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Travel restrictions benefit marine life and environment, say Greek experts

Travel restrictions imposed globally to manage the coronavirus pandemic have a visible positive repercussion in marine life and environment, with a reduction in pollution and a revival of sea populations. Sea turtles are one of the species that have benefited from this, project officer for the international organization for Mediterranean marine protection MEDASSET Eleana Touloupaki told state-run news agency amna.

“Nature has quieted down,” Touloupaki said adding that “in Greece, we recently saw the return of dolphins in the Thermaikos Gulf (Thessaloniki), the canal waters in Venice clearing up and fish returning.”

“In India, a great number of threatened sea turtles are laying eggs for hours at a time, even during the day, and the Hawksbill turtles in Brazil are even building a greater number of nests,” she said noting that endangered species return from the brink of extinction.

In Greece, Touloupaki says, the turtles lay eggs from May to August. “Now is a time that turtles are mating, so any reduction in human interventions and threats obviously helps, as it does for any wild species,” she adds.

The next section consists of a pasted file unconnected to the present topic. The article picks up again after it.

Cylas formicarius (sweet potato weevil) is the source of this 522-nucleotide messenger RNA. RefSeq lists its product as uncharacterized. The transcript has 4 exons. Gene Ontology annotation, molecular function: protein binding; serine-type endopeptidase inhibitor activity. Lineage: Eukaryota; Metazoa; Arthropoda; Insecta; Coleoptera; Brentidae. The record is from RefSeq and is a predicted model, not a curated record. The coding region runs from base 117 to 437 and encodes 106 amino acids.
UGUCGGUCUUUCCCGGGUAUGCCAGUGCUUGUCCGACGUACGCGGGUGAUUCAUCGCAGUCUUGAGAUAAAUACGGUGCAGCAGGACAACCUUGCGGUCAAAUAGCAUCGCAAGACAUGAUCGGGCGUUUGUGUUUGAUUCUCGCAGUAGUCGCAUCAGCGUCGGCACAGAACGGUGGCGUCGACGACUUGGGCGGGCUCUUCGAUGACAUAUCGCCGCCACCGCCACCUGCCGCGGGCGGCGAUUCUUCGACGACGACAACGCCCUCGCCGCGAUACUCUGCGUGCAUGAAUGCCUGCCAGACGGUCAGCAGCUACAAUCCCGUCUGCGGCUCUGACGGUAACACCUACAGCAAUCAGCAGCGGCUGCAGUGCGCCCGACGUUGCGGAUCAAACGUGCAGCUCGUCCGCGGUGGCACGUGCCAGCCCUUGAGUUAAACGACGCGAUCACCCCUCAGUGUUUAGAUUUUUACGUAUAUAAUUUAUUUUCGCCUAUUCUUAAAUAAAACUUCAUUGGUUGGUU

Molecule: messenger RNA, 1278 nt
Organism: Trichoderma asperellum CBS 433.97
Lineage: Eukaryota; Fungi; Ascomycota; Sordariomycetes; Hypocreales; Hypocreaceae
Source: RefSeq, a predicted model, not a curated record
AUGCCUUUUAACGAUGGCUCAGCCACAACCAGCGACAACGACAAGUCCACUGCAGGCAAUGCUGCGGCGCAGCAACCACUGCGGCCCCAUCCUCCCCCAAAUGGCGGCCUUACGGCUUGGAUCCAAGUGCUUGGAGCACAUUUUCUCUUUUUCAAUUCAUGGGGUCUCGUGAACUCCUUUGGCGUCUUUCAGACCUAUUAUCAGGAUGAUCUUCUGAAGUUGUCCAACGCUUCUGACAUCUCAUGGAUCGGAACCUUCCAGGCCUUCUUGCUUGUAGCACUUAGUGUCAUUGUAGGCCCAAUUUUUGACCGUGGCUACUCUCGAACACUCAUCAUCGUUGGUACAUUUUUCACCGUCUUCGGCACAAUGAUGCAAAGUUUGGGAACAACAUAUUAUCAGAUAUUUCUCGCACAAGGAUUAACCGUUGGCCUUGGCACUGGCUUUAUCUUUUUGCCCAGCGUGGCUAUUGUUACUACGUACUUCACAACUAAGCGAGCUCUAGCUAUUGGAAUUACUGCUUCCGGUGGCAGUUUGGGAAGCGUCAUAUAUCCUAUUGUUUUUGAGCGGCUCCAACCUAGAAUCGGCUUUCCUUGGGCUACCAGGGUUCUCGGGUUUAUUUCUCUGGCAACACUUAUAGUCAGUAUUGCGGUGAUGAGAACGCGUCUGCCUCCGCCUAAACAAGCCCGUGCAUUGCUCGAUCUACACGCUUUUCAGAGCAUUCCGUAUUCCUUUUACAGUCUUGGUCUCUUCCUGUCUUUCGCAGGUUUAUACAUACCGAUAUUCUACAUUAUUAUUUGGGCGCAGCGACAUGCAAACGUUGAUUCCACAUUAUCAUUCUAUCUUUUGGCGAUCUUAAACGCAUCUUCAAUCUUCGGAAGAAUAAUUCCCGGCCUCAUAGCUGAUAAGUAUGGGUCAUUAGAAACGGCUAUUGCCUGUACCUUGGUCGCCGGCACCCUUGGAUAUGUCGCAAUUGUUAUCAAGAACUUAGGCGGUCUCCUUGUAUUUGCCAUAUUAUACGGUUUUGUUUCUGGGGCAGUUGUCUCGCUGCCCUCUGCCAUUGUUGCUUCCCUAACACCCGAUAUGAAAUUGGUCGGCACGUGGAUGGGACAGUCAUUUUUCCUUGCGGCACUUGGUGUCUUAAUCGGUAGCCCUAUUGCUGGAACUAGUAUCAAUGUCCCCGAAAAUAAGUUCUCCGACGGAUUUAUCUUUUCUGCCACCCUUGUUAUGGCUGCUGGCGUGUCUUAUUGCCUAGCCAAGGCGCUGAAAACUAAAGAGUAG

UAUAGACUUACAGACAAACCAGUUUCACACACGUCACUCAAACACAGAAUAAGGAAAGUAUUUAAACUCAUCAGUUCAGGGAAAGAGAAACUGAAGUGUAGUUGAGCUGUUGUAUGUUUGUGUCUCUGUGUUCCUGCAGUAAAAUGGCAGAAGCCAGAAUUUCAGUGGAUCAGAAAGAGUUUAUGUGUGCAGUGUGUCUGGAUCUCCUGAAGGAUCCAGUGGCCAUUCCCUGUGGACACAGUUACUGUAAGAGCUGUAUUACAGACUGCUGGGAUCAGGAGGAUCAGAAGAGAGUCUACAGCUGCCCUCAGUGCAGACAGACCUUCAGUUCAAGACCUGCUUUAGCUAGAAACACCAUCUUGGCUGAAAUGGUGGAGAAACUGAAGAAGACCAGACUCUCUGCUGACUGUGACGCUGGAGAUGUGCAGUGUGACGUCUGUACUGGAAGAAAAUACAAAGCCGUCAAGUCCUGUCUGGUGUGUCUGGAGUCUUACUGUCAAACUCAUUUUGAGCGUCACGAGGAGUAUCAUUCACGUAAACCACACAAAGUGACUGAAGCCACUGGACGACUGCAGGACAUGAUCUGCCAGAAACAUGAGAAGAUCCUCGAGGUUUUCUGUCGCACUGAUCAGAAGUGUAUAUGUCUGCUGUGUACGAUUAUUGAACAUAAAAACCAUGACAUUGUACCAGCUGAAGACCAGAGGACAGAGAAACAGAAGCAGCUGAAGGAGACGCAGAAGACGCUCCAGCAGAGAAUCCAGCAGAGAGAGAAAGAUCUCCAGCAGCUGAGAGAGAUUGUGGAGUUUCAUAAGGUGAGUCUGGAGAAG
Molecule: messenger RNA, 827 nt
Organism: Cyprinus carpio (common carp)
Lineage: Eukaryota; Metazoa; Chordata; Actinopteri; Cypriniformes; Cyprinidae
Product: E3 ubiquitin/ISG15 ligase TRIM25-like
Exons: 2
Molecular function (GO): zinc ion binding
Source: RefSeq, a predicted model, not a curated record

University of Thessaloniki biology associate professor Thanassis Tsikliras concurs: “The reduction of pollution on a global level is impressive. In Greece we have notable improvements, observed in all ecosystems.”

He noted that pollutant measurements, done in real time, “show that chemical pollutants and garbage were significantly reduced within a month,” and adds that “Greece will benefit in multiple ways from this.”

Tsikliras said that although fishing has not stopped entirely, the combination of reduced fishing, a ban on swimming and a ban on amateur fishing all end up in zero fishing pressure on the coastal front as well.”

In the next two or three years, he believes, the biomass of fish in the seas will rise steeply because of the absence of the fishing pressure, and the size of the fish will be greater.

“Fish born today – except for anchovies and sardines, which are fished when they’re a year old – will be fished two or three years from now,” Tsikliras said adding that this will also benefit professional fishermen too.

University of Thrace professor Giorgos Syleos said that “urban and agricultural pollution continue to pressure the marine environment,” but a possible reduction of tourism during the summer months will be reflected in the sea as well.”

All three scientists stressed that the real effects of reduced travel on the marine life and environment will need to be examined further through scientific studies.

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